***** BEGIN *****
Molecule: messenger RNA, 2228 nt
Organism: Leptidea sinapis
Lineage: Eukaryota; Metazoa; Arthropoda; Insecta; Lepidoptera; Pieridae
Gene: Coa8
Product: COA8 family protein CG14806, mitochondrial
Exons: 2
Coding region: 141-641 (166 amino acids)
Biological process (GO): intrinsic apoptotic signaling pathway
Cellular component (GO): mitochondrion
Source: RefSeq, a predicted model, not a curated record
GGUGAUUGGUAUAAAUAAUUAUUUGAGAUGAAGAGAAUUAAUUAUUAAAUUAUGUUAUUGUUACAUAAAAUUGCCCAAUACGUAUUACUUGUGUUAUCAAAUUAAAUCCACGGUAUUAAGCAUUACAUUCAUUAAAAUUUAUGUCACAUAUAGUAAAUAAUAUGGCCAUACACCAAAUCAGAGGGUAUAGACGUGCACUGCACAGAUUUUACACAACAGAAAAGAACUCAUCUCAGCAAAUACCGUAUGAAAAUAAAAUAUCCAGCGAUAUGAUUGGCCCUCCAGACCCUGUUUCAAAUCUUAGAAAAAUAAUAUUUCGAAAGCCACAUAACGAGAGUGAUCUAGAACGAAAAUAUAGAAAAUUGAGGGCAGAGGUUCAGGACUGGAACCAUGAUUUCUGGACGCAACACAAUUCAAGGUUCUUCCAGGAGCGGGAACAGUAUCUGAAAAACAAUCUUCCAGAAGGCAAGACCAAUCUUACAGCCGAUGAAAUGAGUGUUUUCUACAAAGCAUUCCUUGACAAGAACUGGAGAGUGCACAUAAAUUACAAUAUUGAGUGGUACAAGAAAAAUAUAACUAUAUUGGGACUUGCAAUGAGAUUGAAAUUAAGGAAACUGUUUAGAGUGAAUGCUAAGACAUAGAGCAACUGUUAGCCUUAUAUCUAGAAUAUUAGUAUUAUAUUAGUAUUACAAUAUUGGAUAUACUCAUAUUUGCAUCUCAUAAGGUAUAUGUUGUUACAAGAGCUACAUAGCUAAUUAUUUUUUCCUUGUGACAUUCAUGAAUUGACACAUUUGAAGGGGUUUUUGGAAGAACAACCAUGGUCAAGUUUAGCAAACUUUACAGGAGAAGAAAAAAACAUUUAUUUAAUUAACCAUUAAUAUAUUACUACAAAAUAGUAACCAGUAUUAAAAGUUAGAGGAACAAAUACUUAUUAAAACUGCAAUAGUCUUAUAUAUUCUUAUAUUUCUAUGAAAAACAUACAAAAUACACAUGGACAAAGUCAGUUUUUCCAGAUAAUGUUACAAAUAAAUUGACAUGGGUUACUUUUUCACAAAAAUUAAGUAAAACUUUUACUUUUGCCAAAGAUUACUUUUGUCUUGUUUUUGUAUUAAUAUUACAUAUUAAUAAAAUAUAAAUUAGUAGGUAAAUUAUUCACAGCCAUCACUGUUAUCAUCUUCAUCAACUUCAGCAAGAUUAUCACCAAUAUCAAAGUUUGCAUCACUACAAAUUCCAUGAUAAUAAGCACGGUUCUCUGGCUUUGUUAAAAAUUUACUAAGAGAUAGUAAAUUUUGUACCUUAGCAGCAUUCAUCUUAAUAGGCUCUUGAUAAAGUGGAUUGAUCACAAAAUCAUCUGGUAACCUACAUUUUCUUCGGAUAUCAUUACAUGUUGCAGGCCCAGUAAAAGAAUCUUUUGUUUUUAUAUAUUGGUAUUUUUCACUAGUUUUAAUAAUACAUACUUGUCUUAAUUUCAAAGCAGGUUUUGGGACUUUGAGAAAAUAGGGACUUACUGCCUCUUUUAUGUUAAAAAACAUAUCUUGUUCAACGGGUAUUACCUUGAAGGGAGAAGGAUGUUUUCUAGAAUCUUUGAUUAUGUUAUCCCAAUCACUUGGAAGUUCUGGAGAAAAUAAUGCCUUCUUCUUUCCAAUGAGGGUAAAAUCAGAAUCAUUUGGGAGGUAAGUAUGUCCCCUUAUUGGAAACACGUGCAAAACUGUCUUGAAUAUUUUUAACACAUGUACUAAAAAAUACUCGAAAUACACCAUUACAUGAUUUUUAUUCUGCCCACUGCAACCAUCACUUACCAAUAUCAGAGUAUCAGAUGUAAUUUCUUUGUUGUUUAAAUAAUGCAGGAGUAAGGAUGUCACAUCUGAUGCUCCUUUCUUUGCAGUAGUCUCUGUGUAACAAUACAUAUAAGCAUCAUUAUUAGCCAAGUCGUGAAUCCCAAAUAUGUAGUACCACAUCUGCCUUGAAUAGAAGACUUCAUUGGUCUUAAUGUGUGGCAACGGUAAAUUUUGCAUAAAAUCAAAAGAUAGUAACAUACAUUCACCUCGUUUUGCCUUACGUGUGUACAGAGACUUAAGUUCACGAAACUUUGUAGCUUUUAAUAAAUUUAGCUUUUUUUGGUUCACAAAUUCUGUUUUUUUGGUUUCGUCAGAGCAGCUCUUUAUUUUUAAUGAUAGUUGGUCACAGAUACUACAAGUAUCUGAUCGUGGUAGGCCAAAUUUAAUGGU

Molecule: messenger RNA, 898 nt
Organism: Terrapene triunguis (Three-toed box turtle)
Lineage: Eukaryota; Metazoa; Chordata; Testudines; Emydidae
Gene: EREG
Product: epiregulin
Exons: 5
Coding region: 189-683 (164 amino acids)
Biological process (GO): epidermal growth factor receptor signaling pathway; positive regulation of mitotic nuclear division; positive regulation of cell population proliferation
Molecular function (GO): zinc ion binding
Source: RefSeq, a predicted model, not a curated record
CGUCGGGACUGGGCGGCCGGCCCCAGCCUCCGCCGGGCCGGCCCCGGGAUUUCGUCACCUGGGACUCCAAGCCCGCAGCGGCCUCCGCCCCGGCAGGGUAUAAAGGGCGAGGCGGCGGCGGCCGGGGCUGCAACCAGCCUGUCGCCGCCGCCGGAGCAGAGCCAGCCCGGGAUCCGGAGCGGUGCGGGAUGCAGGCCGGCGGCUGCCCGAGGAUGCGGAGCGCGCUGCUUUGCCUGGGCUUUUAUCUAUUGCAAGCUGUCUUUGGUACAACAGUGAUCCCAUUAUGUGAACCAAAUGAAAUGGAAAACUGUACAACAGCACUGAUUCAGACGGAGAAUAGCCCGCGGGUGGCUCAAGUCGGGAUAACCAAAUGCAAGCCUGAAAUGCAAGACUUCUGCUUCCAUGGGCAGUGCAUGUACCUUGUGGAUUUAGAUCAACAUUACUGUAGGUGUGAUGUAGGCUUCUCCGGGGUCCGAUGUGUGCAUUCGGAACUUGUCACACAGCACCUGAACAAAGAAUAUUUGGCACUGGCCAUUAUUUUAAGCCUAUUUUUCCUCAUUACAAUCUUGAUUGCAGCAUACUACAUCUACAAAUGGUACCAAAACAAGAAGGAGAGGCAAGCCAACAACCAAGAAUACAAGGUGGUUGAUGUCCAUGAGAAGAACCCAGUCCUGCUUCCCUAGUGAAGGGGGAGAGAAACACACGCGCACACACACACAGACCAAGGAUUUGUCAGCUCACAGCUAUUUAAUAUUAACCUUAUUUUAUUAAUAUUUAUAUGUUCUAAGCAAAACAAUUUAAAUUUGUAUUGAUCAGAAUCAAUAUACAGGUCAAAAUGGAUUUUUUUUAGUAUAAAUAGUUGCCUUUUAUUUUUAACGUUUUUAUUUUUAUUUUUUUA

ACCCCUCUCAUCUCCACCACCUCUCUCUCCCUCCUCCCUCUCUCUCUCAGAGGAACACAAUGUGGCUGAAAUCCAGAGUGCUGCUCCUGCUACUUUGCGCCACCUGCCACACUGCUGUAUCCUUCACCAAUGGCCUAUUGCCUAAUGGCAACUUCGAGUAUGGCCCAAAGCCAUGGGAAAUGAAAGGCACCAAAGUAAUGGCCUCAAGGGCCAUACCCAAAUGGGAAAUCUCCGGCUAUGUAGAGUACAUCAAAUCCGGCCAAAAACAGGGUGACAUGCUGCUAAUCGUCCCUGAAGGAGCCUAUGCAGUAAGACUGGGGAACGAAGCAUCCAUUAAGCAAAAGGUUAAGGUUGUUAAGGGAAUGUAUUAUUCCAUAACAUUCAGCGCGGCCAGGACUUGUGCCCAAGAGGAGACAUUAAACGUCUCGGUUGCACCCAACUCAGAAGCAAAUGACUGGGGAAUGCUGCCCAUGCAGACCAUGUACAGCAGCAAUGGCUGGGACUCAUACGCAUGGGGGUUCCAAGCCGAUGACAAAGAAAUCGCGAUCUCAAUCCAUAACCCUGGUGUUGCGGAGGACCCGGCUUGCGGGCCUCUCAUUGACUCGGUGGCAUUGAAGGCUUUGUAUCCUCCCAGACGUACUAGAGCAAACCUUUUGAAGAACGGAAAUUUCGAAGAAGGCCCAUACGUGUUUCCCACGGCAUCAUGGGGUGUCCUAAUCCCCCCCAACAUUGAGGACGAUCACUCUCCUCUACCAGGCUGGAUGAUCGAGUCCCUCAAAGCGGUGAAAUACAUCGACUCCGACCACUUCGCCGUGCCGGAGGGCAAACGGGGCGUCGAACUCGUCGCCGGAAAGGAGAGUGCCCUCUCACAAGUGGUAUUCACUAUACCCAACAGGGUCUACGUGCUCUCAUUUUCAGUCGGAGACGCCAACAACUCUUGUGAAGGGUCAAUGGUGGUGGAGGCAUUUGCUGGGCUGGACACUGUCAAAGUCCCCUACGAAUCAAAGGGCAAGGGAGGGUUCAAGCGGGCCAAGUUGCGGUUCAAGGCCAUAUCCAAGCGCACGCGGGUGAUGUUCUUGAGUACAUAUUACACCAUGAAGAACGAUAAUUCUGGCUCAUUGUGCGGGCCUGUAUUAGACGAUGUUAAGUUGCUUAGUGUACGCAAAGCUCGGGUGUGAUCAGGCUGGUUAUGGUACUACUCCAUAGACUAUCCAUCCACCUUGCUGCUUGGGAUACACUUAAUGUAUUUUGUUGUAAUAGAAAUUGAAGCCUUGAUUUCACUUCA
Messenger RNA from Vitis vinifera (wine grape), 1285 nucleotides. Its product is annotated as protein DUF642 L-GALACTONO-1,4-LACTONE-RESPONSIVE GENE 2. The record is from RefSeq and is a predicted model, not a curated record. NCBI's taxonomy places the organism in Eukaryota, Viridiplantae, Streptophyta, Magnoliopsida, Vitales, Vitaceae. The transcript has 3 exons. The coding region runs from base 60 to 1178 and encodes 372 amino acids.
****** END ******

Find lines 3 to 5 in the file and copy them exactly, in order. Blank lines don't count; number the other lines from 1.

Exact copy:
Lineage: Eukaryota; Metazoa; Arthropoda; Insecta; Lepidoptera; Pieridae
Gene: Coa8
Product: COA8 family protein CG14806, mitochondrial